China's first salt cavern compressed air energy storage started operations in Changzhou city, East China's Jiangsu province on May 26, marking significant progress in the research and application of China's new energy storage technology.
The power station uses electric energy to compress air into an underground salt cavern, then releases air to drive an air turbine, which can generate electricity when needed. The salt cavern was formed following the exploitation of the underground salt layer in the area. At about 1,000 meters below ground, the salt cavern has a storage room equal in size to 105 swimming pools. For further information see the IDTechEx report on Potential Stationary Energy Storage Technologies to Monitor.
The energy storage capacity in each cycle reaches 300,000 kWh of electricity, equal to the daily electricity consumption of about 60,000 residents.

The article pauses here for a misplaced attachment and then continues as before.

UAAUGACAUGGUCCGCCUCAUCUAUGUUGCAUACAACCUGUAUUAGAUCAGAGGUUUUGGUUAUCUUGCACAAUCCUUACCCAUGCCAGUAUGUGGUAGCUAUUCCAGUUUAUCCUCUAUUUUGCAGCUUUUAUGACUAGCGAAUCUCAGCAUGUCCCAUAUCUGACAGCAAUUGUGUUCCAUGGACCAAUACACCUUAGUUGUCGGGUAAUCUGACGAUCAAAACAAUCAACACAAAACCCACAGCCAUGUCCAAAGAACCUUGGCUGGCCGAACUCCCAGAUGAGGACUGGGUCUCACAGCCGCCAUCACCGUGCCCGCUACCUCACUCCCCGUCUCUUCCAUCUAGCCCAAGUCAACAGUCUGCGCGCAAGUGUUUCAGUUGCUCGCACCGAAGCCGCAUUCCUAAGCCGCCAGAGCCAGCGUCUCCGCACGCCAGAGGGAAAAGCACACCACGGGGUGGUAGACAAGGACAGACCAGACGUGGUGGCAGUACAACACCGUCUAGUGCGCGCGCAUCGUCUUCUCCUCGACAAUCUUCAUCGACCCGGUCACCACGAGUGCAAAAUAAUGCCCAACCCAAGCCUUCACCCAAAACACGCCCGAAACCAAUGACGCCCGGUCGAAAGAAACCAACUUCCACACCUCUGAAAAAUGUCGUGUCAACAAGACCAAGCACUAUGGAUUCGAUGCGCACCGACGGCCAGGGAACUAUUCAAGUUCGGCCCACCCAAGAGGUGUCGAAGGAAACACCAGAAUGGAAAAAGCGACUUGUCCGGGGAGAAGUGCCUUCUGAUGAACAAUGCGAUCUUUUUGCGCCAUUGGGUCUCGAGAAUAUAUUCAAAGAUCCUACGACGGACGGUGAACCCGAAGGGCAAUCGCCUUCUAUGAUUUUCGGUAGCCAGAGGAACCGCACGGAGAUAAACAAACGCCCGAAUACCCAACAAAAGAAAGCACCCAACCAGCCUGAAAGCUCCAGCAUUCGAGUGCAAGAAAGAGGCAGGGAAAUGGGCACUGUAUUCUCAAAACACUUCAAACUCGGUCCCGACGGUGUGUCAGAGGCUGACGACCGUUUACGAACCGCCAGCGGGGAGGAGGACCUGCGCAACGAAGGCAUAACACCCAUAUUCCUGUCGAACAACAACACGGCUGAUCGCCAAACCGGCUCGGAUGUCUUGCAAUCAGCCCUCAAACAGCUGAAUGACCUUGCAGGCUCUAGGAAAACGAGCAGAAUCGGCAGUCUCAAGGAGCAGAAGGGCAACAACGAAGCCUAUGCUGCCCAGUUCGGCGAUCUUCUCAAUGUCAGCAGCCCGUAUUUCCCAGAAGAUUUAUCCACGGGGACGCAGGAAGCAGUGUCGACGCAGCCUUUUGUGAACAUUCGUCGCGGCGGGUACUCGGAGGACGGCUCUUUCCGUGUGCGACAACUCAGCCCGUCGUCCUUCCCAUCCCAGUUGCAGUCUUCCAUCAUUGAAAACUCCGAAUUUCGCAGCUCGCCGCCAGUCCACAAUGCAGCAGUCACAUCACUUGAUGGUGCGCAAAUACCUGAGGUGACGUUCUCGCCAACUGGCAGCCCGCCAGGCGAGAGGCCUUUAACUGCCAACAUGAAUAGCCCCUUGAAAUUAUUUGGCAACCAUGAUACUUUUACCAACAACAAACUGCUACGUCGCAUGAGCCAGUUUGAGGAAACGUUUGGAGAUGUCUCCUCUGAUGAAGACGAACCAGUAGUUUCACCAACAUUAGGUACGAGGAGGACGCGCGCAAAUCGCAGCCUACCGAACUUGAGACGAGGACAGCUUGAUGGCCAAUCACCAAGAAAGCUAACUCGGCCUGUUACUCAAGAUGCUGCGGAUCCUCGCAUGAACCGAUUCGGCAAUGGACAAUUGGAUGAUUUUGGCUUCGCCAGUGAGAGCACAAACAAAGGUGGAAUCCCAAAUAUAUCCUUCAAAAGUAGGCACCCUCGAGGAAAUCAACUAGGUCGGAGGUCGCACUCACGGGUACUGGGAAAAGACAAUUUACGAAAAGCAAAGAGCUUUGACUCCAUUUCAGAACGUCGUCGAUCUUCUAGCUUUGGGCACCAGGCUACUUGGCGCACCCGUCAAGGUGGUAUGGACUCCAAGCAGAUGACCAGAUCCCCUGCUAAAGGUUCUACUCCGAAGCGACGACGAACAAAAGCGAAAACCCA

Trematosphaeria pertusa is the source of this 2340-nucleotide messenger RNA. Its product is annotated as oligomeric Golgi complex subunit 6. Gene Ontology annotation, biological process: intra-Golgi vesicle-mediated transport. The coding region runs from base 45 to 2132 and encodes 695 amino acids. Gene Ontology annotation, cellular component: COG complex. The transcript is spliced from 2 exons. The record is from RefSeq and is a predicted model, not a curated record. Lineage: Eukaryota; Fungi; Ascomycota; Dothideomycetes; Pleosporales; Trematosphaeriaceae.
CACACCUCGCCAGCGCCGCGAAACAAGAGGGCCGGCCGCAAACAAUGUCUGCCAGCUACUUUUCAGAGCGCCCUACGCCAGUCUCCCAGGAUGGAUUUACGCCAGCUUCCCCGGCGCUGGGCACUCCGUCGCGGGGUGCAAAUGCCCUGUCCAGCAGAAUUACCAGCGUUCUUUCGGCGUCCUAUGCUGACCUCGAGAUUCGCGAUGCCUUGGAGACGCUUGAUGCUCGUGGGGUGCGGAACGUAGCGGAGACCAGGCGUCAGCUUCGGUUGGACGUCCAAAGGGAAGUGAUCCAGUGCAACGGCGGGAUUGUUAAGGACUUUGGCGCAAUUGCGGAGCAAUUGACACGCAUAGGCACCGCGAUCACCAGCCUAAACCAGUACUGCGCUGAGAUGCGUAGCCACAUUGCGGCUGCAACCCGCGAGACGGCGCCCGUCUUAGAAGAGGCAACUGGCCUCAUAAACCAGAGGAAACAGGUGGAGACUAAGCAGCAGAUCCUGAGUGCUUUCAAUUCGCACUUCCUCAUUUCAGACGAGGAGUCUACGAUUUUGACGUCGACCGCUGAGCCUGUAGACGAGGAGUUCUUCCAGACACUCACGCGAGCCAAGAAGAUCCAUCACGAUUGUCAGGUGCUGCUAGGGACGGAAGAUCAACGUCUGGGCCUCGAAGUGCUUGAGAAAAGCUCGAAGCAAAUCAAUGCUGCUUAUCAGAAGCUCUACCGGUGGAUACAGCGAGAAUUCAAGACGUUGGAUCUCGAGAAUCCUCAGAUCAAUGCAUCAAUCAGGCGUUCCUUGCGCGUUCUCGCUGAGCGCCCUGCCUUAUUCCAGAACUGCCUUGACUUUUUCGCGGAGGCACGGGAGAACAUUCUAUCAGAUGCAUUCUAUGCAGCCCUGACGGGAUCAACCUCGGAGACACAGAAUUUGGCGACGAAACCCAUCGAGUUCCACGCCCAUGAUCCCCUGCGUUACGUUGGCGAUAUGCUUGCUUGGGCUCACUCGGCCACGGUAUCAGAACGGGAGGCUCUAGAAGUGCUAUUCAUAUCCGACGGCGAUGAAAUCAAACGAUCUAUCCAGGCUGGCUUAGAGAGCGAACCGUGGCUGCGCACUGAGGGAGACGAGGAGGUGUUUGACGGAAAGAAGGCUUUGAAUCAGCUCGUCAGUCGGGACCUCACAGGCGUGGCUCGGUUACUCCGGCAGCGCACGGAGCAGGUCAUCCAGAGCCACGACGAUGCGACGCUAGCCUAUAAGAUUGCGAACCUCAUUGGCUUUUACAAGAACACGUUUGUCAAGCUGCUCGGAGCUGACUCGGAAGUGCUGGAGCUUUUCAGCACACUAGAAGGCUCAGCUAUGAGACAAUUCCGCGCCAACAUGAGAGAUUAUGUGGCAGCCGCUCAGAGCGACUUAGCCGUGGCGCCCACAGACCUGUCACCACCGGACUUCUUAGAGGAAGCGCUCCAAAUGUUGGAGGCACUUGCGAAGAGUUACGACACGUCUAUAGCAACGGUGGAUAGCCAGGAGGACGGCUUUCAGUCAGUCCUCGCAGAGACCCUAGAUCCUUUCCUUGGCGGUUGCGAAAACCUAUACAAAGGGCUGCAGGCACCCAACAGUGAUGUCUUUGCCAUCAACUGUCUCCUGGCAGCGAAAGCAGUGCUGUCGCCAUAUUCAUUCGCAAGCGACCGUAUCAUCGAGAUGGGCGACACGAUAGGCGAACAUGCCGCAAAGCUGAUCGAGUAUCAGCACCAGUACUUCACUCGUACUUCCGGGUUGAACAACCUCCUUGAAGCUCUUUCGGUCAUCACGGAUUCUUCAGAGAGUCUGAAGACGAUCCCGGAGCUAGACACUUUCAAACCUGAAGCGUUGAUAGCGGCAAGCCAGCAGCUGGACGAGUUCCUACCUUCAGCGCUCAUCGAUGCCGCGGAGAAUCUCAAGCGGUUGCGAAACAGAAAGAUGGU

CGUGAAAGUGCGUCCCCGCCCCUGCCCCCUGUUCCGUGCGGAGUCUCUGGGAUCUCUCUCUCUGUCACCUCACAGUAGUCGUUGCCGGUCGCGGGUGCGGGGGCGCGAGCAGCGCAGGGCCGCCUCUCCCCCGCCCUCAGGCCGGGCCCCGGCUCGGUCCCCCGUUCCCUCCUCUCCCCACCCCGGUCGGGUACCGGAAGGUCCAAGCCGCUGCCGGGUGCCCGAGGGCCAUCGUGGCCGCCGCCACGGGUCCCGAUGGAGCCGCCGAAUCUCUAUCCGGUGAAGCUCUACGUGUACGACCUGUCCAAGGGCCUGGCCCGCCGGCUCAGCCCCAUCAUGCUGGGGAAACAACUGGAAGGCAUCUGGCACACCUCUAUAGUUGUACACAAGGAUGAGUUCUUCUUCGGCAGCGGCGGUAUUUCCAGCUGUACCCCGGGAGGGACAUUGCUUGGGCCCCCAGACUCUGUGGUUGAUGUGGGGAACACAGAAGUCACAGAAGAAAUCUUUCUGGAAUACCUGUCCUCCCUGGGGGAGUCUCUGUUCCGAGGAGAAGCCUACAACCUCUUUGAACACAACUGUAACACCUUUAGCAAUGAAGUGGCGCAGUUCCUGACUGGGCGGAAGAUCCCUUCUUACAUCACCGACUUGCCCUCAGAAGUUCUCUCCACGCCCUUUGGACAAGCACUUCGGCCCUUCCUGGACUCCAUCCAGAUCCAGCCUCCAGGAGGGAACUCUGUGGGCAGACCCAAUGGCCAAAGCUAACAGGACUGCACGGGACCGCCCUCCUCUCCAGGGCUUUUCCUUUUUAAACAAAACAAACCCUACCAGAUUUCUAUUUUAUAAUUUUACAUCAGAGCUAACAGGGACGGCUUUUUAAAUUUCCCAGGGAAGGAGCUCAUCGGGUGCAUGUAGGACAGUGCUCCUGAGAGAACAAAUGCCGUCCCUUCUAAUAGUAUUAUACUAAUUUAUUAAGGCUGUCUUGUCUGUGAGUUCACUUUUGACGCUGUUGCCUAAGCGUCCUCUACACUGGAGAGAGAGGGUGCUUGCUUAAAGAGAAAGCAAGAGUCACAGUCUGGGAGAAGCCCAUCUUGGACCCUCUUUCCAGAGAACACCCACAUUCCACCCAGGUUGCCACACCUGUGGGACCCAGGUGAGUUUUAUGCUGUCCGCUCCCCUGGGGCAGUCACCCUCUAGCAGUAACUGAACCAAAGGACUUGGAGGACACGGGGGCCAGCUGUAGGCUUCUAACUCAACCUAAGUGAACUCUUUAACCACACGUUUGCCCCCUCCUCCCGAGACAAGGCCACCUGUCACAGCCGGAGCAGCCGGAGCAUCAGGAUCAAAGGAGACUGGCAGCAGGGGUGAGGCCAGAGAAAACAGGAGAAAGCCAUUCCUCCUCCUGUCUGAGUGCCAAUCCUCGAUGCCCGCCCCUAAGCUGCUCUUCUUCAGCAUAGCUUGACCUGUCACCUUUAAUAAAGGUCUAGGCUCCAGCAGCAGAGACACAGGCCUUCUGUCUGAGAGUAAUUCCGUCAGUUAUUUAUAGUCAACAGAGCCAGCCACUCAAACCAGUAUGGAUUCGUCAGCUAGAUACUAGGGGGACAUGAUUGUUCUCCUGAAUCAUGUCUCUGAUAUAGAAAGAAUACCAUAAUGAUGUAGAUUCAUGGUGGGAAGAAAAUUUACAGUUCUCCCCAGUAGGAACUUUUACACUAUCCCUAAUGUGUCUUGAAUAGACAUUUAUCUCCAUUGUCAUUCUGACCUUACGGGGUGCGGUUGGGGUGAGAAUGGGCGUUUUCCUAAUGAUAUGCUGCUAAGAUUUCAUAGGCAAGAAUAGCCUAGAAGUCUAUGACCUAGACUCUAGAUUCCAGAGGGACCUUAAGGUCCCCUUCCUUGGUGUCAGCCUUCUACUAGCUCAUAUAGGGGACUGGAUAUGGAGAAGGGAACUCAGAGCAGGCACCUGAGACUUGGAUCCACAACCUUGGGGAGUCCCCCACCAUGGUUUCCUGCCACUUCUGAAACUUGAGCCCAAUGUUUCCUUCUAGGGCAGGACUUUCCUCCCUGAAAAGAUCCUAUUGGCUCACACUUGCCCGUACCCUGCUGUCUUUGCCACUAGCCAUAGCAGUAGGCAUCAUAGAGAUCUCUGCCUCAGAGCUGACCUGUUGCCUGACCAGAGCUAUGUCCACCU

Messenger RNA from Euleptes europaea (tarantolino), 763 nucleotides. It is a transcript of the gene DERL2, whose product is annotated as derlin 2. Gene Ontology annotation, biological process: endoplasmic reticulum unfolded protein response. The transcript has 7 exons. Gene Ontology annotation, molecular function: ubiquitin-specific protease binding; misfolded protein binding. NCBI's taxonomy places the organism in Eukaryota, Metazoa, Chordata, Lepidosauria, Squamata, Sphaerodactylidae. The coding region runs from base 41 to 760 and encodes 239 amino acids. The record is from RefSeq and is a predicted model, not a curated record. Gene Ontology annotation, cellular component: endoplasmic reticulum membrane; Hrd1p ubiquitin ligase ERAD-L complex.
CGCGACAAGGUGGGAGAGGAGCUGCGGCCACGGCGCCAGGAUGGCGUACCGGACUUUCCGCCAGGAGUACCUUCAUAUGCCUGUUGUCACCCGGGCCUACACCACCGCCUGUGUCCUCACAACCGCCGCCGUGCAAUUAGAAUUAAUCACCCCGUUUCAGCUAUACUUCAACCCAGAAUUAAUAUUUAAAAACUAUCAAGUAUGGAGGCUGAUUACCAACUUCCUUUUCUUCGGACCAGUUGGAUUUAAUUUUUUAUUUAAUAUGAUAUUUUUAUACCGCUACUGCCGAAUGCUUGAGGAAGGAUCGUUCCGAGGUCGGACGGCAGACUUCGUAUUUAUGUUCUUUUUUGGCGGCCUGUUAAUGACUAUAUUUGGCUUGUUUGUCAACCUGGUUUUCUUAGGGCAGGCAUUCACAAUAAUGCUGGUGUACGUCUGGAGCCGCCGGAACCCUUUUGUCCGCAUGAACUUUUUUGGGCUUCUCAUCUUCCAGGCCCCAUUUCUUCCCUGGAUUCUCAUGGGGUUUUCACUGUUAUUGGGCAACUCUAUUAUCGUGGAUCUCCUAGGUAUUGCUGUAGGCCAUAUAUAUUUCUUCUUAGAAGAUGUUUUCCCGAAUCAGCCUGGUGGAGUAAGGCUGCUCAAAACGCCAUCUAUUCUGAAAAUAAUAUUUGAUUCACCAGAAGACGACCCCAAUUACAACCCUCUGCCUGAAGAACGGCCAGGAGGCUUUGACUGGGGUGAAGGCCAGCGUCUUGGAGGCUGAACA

"Compressed air technology could support the construction of new type power system with new energy as the main body, which can help the country achieve peak carbon emissions and carbon neutrality," said Zhou Ting, deputy director of State Grid's Changzhou branch.
The energy storage was co-developed by China National Salt Industry Group Co Ltd, China Huaneng Group and Tsinghua University.
Source: The State Council, The People's Republic of China
Top image: Jiangsu Provincial Government